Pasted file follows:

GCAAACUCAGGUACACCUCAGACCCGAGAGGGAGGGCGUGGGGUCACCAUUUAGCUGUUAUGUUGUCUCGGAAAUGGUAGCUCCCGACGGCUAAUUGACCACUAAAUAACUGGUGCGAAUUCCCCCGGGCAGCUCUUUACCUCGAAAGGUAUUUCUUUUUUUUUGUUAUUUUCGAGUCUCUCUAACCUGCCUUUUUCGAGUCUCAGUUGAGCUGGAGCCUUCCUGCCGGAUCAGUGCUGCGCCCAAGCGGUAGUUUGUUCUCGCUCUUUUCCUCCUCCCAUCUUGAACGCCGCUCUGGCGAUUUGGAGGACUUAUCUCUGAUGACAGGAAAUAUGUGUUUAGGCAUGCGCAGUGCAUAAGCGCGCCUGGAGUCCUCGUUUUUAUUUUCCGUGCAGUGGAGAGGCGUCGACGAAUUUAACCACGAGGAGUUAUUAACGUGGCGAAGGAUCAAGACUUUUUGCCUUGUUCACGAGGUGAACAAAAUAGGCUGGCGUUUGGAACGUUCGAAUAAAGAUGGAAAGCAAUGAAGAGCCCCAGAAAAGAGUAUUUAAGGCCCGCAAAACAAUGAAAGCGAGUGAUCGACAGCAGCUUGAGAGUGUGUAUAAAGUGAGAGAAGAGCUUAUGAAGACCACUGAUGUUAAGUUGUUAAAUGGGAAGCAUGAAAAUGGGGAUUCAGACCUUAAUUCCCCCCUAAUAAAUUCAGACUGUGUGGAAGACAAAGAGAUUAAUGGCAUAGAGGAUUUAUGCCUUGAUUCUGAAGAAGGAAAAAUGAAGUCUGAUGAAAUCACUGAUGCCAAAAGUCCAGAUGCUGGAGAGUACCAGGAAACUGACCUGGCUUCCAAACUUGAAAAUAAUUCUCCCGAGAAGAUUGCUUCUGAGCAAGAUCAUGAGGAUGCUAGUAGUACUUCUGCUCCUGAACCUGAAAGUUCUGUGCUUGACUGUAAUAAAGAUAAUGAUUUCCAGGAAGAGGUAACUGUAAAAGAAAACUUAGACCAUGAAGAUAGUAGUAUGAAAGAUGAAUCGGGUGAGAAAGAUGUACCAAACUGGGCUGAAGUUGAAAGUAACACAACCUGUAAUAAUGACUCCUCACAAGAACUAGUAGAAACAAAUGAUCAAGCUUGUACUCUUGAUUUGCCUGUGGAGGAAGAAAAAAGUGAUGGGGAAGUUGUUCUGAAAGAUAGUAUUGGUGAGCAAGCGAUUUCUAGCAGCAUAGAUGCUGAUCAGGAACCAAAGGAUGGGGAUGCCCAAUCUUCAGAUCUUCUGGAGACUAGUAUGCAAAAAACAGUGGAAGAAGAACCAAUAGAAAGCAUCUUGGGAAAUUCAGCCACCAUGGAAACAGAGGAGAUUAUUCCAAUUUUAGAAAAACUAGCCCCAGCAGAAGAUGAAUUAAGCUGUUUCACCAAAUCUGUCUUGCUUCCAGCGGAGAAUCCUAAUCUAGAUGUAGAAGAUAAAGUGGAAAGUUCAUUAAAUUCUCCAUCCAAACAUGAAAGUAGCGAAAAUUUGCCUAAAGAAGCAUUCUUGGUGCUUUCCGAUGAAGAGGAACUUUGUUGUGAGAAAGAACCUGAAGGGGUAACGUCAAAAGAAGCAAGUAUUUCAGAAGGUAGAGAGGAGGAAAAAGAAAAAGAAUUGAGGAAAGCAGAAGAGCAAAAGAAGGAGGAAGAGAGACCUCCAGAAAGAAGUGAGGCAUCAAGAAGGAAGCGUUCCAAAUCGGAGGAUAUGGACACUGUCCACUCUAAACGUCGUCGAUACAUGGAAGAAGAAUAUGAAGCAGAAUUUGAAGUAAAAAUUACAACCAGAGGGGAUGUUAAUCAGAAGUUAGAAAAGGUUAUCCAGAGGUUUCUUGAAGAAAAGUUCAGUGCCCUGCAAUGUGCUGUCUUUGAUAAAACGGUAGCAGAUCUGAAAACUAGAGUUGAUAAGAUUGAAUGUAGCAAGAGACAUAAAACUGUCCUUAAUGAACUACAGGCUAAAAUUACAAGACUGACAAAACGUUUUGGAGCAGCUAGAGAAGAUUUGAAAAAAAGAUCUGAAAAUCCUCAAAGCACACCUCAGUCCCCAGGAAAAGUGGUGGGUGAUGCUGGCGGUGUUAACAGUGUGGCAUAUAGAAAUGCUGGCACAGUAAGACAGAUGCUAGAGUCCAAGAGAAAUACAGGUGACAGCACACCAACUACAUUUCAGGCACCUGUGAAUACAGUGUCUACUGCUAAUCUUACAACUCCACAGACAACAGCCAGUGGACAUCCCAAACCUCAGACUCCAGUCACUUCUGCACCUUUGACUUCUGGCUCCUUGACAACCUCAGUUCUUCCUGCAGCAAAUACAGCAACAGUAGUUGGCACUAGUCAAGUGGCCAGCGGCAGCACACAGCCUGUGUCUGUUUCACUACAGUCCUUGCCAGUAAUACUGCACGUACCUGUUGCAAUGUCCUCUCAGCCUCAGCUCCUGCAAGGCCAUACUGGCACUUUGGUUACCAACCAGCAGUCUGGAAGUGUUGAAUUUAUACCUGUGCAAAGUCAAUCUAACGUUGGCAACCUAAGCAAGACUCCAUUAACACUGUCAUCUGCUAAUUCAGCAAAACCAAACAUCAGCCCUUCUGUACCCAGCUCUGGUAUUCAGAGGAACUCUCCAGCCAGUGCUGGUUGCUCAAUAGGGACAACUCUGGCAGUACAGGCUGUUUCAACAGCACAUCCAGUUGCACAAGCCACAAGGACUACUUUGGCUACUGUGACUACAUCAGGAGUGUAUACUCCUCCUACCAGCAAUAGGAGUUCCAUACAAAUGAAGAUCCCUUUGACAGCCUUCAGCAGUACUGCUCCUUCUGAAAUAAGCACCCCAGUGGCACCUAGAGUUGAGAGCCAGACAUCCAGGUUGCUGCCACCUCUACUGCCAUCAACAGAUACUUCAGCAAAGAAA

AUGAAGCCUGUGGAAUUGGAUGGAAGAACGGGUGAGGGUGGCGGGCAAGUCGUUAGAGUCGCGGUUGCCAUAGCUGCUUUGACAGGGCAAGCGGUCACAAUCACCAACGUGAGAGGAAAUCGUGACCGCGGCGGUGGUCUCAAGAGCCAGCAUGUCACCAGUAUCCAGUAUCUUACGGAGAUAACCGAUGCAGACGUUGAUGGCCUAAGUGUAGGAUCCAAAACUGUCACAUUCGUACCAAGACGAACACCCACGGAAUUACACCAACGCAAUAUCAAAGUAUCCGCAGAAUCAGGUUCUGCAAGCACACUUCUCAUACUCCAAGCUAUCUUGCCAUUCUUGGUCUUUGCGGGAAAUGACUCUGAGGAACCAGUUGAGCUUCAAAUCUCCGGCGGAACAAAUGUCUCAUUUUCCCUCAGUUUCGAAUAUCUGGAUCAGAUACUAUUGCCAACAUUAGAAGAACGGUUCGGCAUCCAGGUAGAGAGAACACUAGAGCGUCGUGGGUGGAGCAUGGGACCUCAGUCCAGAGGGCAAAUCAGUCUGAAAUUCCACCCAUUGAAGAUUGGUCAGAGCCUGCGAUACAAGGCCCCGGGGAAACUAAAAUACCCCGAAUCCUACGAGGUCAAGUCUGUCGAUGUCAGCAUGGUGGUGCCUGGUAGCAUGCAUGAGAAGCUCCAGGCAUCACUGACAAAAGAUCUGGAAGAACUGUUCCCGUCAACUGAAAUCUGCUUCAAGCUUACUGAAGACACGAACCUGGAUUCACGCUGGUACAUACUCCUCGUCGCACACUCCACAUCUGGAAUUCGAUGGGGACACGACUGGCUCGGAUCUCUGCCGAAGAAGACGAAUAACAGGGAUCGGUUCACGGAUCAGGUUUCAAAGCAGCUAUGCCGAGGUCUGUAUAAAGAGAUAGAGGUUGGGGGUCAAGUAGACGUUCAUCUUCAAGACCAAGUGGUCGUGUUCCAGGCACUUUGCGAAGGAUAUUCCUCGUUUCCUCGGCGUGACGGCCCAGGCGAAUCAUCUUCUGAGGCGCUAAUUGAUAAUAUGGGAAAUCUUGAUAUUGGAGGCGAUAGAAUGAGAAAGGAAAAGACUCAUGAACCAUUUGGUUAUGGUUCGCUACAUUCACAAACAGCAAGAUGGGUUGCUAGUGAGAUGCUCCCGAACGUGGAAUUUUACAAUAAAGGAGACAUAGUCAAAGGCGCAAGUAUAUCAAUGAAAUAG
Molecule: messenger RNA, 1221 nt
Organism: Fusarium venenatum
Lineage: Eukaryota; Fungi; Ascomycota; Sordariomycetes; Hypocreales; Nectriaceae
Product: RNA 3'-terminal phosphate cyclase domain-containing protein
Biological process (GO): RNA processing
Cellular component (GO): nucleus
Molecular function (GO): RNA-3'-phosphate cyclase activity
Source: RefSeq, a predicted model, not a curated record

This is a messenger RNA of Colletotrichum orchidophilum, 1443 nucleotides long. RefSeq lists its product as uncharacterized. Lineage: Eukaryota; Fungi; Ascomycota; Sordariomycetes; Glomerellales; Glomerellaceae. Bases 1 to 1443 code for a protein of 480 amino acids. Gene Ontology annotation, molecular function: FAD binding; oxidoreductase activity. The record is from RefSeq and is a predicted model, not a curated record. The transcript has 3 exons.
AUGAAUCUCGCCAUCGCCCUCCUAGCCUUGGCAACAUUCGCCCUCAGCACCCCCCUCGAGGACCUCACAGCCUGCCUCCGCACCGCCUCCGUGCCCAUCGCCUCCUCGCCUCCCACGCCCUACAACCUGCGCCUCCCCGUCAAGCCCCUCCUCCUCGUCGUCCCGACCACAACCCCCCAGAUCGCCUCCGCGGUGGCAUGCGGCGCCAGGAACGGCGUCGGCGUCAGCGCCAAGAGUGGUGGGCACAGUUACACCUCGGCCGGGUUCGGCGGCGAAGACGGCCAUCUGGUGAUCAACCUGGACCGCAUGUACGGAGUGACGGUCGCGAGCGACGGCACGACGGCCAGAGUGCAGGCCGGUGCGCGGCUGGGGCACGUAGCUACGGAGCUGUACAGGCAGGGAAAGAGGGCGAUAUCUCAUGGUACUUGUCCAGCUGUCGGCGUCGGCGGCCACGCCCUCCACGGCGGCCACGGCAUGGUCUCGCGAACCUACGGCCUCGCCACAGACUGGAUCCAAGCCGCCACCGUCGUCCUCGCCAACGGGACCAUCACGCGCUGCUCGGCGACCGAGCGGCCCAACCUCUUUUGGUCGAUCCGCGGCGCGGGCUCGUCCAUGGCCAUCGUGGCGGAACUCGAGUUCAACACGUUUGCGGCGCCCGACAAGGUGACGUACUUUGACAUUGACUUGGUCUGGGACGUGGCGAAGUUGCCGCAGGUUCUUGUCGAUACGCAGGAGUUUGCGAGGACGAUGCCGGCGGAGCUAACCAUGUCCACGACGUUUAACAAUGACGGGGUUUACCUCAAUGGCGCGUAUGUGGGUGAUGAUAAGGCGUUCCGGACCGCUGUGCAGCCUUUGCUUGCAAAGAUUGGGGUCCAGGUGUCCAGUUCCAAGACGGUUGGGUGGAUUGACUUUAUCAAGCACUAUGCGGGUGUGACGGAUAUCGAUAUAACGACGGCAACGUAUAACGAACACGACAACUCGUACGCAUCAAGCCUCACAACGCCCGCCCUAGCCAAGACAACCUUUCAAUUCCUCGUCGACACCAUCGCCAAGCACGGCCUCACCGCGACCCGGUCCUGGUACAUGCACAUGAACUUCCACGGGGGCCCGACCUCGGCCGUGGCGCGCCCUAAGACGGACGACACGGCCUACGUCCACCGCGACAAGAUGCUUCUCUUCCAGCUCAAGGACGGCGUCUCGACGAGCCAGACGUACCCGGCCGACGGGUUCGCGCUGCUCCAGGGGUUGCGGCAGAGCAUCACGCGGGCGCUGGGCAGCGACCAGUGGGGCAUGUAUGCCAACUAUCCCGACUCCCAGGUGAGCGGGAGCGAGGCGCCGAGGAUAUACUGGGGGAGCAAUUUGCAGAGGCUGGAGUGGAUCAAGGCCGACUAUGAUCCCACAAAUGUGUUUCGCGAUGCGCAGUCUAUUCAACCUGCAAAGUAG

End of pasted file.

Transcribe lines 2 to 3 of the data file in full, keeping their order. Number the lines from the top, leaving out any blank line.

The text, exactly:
AUGAAGCCUGUGGAAUUGGAUGGAAGAACGGGUGAGGGUGGCGGGCAAGUCGUUAGAGUCGCGGUUGCCAUAGCUGCUUUGACAGGGCAAGCGGUCACAAUCACCAACGUGAGAGGAAAUCGUGACCGCGGCGGUGGUCUCAAGAGCCAGCAUGUCACCAGUAUCCAGUAUCUUACGGAGAUAACCGAUGCAGACGUUGAUGGCCUAAGUGUAGGAUCCAAAACUGUCACAUUCGUACCAAGACGAACACCCACGGAAUUACACCAACGCAAUAUCAAAGUAUCCGCAGAAUCAGGUUCUGCAAGCACACUUCUCAUACUCCAAGCUAUCUUGCCAUUCUUGGUCUUUGCGGGAAAUGACUCUGAGGAACCAGUUGAGCUUCAAAUCUCCGGCGGAACAAAUGUCUCAUUUUCCCUCAGUUUCGAAUAUCUGGAUCAGAUACUAUUGCCAACAUUAGAAGAACGGUUCGGCAUCCAGGUAGAGAGAACACUAGAGCGUCGUGGGUGGAGCAUGGGACCUCAGUCCAGAGGGCAAAUCAGUCUGAAAUUCCACCCAUUGAAGAUUGGUCAGAGCCUGCGAUACAAGGCCCCGGGGAAACUAAAAUACCCCGAAUCCUACGAGGUCAAGUCUGUCGAUGUCAGCAUGGUGGUGCCUGGUAGCAUGCAUGAGAAGCUCCAGGCAUCACUGACAAAAGAUCUGGAAGAACUGUUCCCGUCAACUGAAAUCUGCUUCAAGCUUACUGAAGACACGAACCUGGAUUCACGCUGGUACAUACUCCUCGUCGCACACUCCACAUCUGGAAUUCGAUGGGGACACGACUGGCUCGGAUCUCUGCCGAAGAAGACGAAUAACAGGGAUCGGUUCACGGAUCAGGUUUCAAAGCAGCUAUGCCGAGGUCUGUAUAAAGAGAUAGAGGUUGGGGGUCAAGUAGACGUUCAUCUUCAAGACCAAGUGGUCGUGUUCCAGGCACUUUGCGAAGGAUAUUCCUCGUUUCCUCGGCGUGACGGCCCAGGCGAAUCAUCUUCUGAGGCGCUAAUUGAUAAUAUGGGAAAUCUUGAUAUUGGAGGCGAUAGAAUGAGAAAGGAAAAGACUCAUGAACCAUUUGGUUAUGGUUCGCUACAUUCACAAACAGCAAGAUGGGUUGCUAGUGAGAUGCUCCCGAACGUGGAAUUUUACAAUAAAGGAGACAUAGUCAAAGGCGCAAGUAUAUCAAUGAAAUAG
Molecule: messenger RNA, 1221 nt